The Aztecs A case study



The Aztecs are an ancient culture that had many customs and rituals that by modern standards are considered barbaric. Their culture was made up of different social classes, and was primitive yet very advanced. They were located in the mainland of Mexico, and their empire was quite vast over that area. Their culture began around 1100, and ended around 1520.
The exact numbers of the Aztecs is not known due to the age of their culture, but judging by the size of their empire it was quite large. The only figure I could find was that in 1519 there were more than 1,000,000 people living in the civilizations boundaries. The reason that I was drawn to this culture was some of the practices that they had. The most interesting being the human sacrifices to the gods, and the large ball game that they played that sometimes went on for days without a stop.
The Aztecs lived primarily in a fertile volcanic valley of Mexico where they built their capital city named Tenochtitlan. The land in which they lived was a plateau seeing that most of the surrounding was mountainous. The soil in the settled areas was very rich and good for growing crops, due to the volcanic eruptions that occurred. The valley of Mexico was the heartland of Aztec civilization. It is a large internally drained basin surrounded by volcanic mountains that are as high as 9,000 ft in elevation. Thousands of years of soil erosion had produced deep, rich soils in the valley and a system of shallow, swampy, salt lakes in its center. This gave the Aztecs a diverse variety of foods that could be available. The salty lakes made available fish, turtles, insect larvae, blue-green algae, and salt. The food that was eaten by the Aztecs varied by social classes. The peasants lived mainly on corn and beans, except for a duck or a crow that they may have trapped in their garden. Their only domesticated animals were rabbits, dogs, and turkeys which were fattened and eaten on special occasions. Corn was the main food of The Aztecs and many foods were made fresh daily from it. Every morning the woman of the family would grind up fresh corn, and make bread for the day. The higher classed people, however, enjoyed eating turtles and crabs imported from the coast. It was odd to the Spaniards to find that one of the delicacies of the Aztecs was dog.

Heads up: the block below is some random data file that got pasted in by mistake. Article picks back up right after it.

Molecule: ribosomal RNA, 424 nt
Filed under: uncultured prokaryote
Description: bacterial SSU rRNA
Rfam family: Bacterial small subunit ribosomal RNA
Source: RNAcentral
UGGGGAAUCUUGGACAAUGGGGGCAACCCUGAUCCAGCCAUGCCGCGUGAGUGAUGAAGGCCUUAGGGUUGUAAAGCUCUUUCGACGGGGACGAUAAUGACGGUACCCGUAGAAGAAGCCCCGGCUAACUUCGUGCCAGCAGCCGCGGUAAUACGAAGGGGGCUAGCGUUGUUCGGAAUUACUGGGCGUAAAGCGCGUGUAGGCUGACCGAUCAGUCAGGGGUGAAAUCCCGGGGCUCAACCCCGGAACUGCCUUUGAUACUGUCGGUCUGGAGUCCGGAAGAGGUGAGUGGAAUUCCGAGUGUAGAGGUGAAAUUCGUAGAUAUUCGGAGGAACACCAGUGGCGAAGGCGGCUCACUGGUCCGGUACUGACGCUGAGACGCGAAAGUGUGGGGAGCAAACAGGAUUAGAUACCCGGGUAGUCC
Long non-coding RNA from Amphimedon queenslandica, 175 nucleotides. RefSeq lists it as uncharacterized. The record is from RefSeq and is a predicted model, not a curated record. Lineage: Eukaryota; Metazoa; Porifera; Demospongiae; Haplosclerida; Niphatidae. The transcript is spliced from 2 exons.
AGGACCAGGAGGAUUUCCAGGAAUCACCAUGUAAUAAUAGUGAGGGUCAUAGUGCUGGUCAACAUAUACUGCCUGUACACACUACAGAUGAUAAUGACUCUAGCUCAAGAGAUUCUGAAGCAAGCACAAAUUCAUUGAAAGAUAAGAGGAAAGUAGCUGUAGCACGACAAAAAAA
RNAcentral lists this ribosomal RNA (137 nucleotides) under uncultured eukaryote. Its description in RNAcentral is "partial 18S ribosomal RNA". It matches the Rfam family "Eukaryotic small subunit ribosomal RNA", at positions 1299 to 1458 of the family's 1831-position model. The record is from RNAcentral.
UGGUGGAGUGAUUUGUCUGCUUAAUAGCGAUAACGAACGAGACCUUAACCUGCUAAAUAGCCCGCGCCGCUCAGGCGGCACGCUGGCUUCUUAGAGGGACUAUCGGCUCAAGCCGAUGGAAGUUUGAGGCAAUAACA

Aztec homes also differed by social class, peasants built their huts around the edge of the city. While handymen lived nearer to the center in mud-brick houses. In each of these homes there was normally a mudbrick tub, and they all consisted of a single room. Nobles that were higher in society lived in palaces built of whitewashed stone, and with over a hundred rooms, and were built around the main plaza. Inside of all houses the rooms were almost bare, light came in from wooden torches and round the room were stored the family’s possessions and objects of daily use. Even palaces had no doors but instead had cloth hung over openings, this allowed for cool air to circulate throughout the house.
For the Aztecs clothing was way of showing social status, so there were very strict laws about who could wear what. An ordinary citizen wore a loincloth and cloak, which had to be made of plain undyed maguey-fiber cloth. And if they were caught wearing sandals in the palace they were put to death. Nobles wore cotton cloaks with borders of precious stones. Craftsmen were able to dye the cotton green, and other colors; they also wove geometric designs into their cloak to symbolize their status in the culture. The Aztecs loved to wear jewelry, but there were also strict laws about this. Most people pierced their ears to hold plugs of shell or polished stones. Nobles were allowed to wear gold and carved precious stones in their lower lips to show their high rank. Farmers were among the lowest in the dress, they slept in their loincloth, and in the morning he got his blanket and tied it around his shoulder and he was dressed. Women wore a woven